Initial Objective statements


This post is about getting D3 connected as an extension to Thingworx.

There are a number of existing extensions using D3 but I wanted to explore a simple use case to make it easier to get into and bring out 2 additional points

  • Using an infotable as data input
  • Resize

The output looks like the image below


and the data was generated by a Timer based random value generator that set the values on a Thing every minute.

The data into the Widget is from a core service QueryHistory (a wrapped service that uses QueryProperyHistory)


In this example I will use temp as the variable in focus


If you have never created an extension take a look at Widget Extensions Introduction which provides a start to understanding the steps defined below, which are the core points to keep it relatively short.

The extension will be called d3timeseries and will use the standard design pattern


Create a folder called d3timeseries and create a subfolder ui and a add a metadata.xml file to the d3timeseries

From there create the files and folder structure


define the metadata.xml using CDN url for

D3 url url=""

legend url = ""


Also check out which provides documentation and examples for D3

For the initial set of Properties that control the D3 will use


DataAsINFOTABLE (Data coming into d3)









Note: we are not using Width and Height as in previous articles but setting 'supportsAutoResize': true,


Below shows the general structure will use for the d3timeseries.ide.js properties

After deploying the extension  (take look at Widget Extensions Introduction to understand the how) we can see its now possible to provide Data input and some layout controls as parameters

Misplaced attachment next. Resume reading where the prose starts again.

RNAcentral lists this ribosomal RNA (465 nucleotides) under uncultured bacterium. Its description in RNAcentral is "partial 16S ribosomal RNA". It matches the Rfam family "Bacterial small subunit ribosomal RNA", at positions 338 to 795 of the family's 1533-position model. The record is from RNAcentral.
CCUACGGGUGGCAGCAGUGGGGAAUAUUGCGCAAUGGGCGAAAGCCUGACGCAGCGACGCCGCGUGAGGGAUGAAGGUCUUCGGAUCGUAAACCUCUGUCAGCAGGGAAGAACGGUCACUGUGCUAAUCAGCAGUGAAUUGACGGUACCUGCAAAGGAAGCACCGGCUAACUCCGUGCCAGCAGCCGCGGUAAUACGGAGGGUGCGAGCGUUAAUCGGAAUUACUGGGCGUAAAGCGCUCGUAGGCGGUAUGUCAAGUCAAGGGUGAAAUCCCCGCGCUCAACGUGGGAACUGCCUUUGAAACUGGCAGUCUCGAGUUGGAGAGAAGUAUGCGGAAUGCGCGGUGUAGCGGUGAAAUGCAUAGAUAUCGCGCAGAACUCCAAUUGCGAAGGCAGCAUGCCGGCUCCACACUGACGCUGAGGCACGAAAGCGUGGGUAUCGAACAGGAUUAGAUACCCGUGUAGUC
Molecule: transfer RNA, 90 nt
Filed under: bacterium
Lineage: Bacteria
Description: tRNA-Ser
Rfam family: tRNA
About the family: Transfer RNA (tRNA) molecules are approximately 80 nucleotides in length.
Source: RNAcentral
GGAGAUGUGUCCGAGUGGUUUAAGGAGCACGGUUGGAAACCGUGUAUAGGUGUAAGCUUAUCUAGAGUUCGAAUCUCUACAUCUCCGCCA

From there we can work in the d3timeseries.runtime.js file to define how to consume and pass data to D3.


There a 4 basic function that need to be defined


  • this.renderHtml
  • this.afterRender
  • this.updateProperty
  • this.resize








The actual D3 worker is drawChart which I will break down the highlights

I use an init function to setup where the SVG element will be placed

The init is called inside drawChart

Next inside drawChart the rowData incoming parameter is checked for any content we can consume the expected rows object


Next the x and y ranges need to be defined and notice that I have hardcoded for d.timestamp and d.temp these 2 are returned in the infotable rows

The last variable inputs are the layout properties


Now we have the general inputs defined the last piece is to use D3 to draw the visualization (and note we have chosen a simple visualization timeseries chart)



Define a svg variable and use D3 to select the div element defined in the init function. Also remove any existing elements this helps in the resize call.

Get the current width and height as before




Now do some D3 magic (You will have to read in more detail the D3 documentation to get the complete understanding)


Below sets up the x and y axis and labels


Next define x and y scale so the visualization fits in the area available and actually add the axis's and ticks, plus the definition for the actual line const line = d3.line()



Now we are ready for the row data which gets defined as data and passed to the xScale and yScale using in the const line = d3.line()



After zipping up and deploying and using in a mashup you should get a D3 timeseries chart.








Code for the QueryHistory


logger.debug("Calling "+ + ":QueryHistory");



// result: INFOTABLE

var result = me.QueryPropertyHistory({

maxItems: undefined /* NUMBER */,

startDate: undefined /* DATETIME */,

endDate: undefined /* DATETIME */,

oldestFirst: undefined /* BOOLEAN */,

query: undefined /* QUERY */



Thing properties example




Random generator code


me.hum = Math.random() * 100;

me.temp = Math.random() * 100;


message = message + "Hum=" + me.hum+ " ";

message = message + "Temp=" +me.temp+ " ";


logger.debug( + "  RandomGenerator values= " + message );


result = message;





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